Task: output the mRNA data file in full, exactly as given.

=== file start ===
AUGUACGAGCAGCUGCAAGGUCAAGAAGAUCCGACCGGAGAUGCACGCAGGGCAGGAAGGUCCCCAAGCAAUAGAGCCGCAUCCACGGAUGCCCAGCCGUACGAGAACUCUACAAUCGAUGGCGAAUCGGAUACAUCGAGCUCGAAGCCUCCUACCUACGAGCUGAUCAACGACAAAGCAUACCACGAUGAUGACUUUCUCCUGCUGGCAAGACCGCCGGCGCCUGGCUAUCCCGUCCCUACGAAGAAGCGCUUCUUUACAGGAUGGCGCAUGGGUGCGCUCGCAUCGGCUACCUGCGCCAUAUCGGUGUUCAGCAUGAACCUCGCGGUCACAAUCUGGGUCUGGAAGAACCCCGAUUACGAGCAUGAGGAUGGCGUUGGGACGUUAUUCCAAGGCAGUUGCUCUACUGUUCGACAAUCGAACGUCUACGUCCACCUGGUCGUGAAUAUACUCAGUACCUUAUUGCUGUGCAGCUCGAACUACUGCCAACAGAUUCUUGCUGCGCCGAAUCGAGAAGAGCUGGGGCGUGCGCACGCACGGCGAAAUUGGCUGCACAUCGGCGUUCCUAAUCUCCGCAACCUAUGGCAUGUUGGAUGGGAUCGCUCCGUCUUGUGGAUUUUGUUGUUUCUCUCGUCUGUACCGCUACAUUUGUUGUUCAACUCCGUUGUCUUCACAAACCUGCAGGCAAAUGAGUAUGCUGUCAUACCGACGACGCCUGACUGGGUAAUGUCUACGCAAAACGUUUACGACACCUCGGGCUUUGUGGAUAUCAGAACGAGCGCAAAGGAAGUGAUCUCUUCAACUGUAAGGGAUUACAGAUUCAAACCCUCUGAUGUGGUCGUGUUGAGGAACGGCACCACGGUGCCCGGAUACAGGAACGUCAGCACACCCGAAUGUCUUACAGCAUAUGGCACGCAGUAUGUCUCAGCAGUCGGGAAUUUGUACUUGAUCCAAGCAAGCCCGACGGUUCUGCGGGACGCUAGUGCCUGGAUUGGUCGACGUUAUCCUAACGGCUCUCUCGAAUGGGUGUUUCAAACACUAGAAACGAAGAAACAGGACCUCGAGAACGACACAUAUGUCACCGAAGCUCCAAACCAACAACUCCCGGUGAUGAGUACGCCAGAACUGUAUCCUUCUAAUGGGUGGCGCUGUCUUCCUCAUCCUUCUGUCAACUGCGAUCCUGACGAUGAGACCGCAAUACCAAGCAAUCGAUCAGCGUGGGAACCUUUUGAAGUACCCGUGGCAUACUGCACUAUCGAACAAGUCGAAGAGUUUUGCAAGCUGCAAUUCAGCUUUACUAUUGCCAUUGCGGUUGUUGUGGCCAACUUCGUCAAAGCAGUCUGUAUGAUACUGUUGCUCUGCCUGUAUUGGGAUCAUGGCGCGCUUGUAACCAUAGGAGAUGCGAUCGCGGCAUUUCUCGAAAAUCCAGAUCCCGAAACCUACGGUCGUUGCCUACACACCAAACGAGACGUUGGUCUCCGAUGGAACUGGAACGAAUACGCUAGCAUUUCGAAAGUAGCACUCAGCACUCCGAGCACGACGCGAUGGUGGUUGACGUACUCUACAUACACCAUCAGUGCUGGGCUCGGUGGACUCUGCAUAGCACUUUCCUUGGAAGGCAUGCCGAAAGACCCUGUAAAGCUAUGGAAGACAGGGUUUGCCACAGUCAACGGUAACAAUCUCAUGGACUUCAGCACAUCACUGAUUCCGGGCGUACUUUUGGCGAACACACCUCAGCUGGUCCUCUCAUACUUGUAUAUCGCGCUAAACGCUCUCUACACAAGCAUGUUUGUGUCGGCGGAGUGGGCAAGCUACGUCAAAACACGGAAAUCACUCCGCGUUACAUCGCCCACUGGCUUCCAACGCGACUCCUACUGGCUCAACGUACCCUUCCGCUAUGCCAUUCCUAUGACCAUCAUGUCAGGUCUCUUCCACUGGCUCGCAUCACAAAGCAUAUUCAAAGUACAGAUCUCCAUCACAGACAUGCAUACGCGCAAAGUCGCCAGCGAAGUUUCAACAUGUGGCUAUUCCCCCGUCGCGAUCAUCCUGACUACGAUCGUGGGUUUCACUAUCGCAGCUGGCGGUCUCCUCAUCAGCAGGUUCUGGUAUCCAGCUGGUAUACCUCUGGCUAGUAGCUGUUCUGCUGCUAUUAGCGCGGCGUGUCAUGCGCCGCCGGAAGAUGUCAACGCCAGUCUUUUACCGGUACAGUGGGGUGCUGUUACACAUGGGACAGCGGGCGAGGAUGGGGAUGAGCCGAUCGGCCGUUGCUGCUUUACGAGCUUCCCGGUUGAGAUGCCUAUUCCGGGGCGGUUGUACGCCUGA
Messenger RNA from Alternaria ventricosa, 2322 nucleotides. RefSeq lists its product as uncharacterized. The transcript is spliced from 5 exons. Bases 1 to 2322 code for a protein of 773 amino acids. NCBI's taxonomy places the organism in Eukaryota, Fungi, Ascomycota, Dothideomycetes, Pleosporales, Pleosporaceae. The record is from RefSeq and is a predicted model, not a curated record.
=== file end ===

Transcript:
AUGUACGAGCAGCUGCAAGGUCAAGAAGAUCCGACCGGAGAUGCACGCAGGGCAGGAAGGUCCCCAAGCAAUAGAGCCGCAUCCACGGAUGCCCAGCCGUACGAGAACUCUACAAUCGAUGGCGAAUCGGAUACAUCGAGCUCGAAGCCUCCUACCUACGAGCUGAUCAACGACAAAGCAUACCACGAUGAUGACUUUCUCCUGCUGGCAAGACCGCCGGCGCCUGGCUAUCCCGUCCCUACGAAGAAGCGCUUCUUUACAGGAUGGCGCAUGGGUGCGCUCGCAUCGGCUACCUGCGCCAUAUCGGUGUUCAGCAUGAACCUCGCGGUCACAAUCUGGGUCUGGAAGAACCCCGAUUACGAGCAUGAGGAUGGCGUUGGGACGUUAUUCCAAGGCAGUUGCUCUACUGUUCGACAAUCGAACGUCUACGUCCACCUGGUCGUGAAUAUACUCAGUACCUUAUUGCUGUGCAGCUCGAACUACUGCCAACAGAUUCUUGCUGCGCCGAAUCGAGAAGAGCUGGGGCGUGCGCACGCACGGCGAAAUUGGCUGCACAUCGGCGUUCCUAAUCUCCGCAACCUAUGGCAUGUUGGAUGGGAUCGCUCCGUCUUGUGGAUUUUGUUGUUUCUCUCGUCUGUACCGCUACAUUUGUUGUUCAACUCCGUUGUCUUCACAAACCUGCAGGCAAAUGAGUAUGCUGUCAUACCGACGACGCCUGACUGGGUAAUGUCUACGCAAAACGUUUACGACACCUCGGGCUUUGUGGAUAUCAGAACGAGCGCAAAGGAAGUGAUCUCUUCAACUGUAAGGGAUUACAGAUUCAAACCCUCUGAUGUGGUCGUGUUGAGGAACGGCACCACGGUGCCCGGAUACAGGAACGUCAGCACACCCGAAUGUCUUACAGCAUAUGGCACGCAGUAUGUCUCAGCAGUCGGGAAUUUGUACUUGAUCCAAGCAAGCCCGACGGUUCUGCGGGACGCUAGUGCCUGGAUUGGUCGACGUUAUCCUAACGGCUCUCUCGAAUGGGUGUUUCAAACACUAGAAACGAAGAAACAGGACCUCGAGAACGACACAUAUGUCACCGAAGCUCCAAACCAACAACUCCCGGUGAUGAGUACGCCAGAACUGUAUCCUUCUAAUGGGUGGCGCUGUCUUCCUCAUCCUUCUGUCAACUGCGAUCCUGACGAUGAGACCGCAAUACCAAGCAAUCGAUCAGCGUGGGAACCUUUUGAAGUACCCGUGGCAUACUGCACUAUCGAACAAGUCGAAGAGUUUUGCAAGCUGCAAUUCAGCUUUACUAUUGCCAUUGCGGUUGUUGUGGCCAACUUCGUCAAAGCAGUCUGUAUGAUACUGUUGCUCUGCCUGUAUUGGGAUCAUGGCGCGCUUGUAACCAUAGGAGAUGCGAUCGCGGCAUUUCUCGAAAAUCCAGAUCCCGAAACCUACGGUCGUUGCCUACACACCAAACGAGACGUUGGUCUCCGAUGGAACUGGAACGAAUACGCUAGCAUUUCGAAAGUAGCACUCAGCACUCCGAGCACGACGCGAUGGUGGUUGACGUACUCUACAUACACCAUCAGUGCUGGGCUCGGUGGACUCUGCAUAGCACUUUCCUUGGAAGGCAUGCCGAAAGACCCUGUAAAGCUAUGGAAGACAGGGUUUGCCACAGUCAACGGUAACAAUCUCAUGGACUUCAGCACAUCACUGAUUCCGGGCGUACUUUUGGCGAACACACCUCAGCUGGUCCUCUCAUACUUGUAUAUCGCGCUAAACGCUCUCUACACAAGCAUGUUUGUGUCGGCGGAGUGGGCAAGCUACGUCAAAACACGGAAAUCACUCCGCGUUACAUCGCCCACUGGCUUCCAACGCGACUCCUACUGGCUCAACGUACCCUUCCGCUAUGCCAUUCCUAUGACCAUCAUGUCAGGUCUCUUCCACUGGCUCGCAUCACAAAGCAUAUUCAAAGUACAGAUCUCCAUCACAGACAUGCAUACGCGCAAAGUCGCCAGCGAAGUUUCAACAUGUGGCUAUUCCCCCGUCGCGAUCAUCCUGACUACGAUCGUGGGUUUCACUAUCGCAGCUGGCGGUCUCCUCAUCAGCAGGUUCUGGUAUCCAGCUGGUAUACCUCUGGCUAGUAGCUGUUCUGCUGCUAUUAGCGCGGCGUGUCAUGCGCCGCCGGAAGAUGUCAACGCCAGUCUUUUACCGGUACAGUGGGGUGCUGUUACACAUGGGACAGCGGGCGAGGAUGGGGAUGAGCCGAUCGGCCGUUGCUGCUUUACGAGCUUCCCGGUUGAGAUGCCUAUUCCGGGGCGGUUGUACGCCUGA
Messenger RNA from Alternaria ventricosa, 2322 nucleotides. RefSeq lists its product as uncharacterized. The transcript is spliced from 5 exons. Bases 1 to 2322 code for a protein of 773 amino acids. NCBI's taxonomy places the organism in Eukaryota, Fungi, Ascomycota, Dothideomycetes, Pleosporales, Pleosporaceae. The record is from RefSeq and is a predicted model, not a curated record.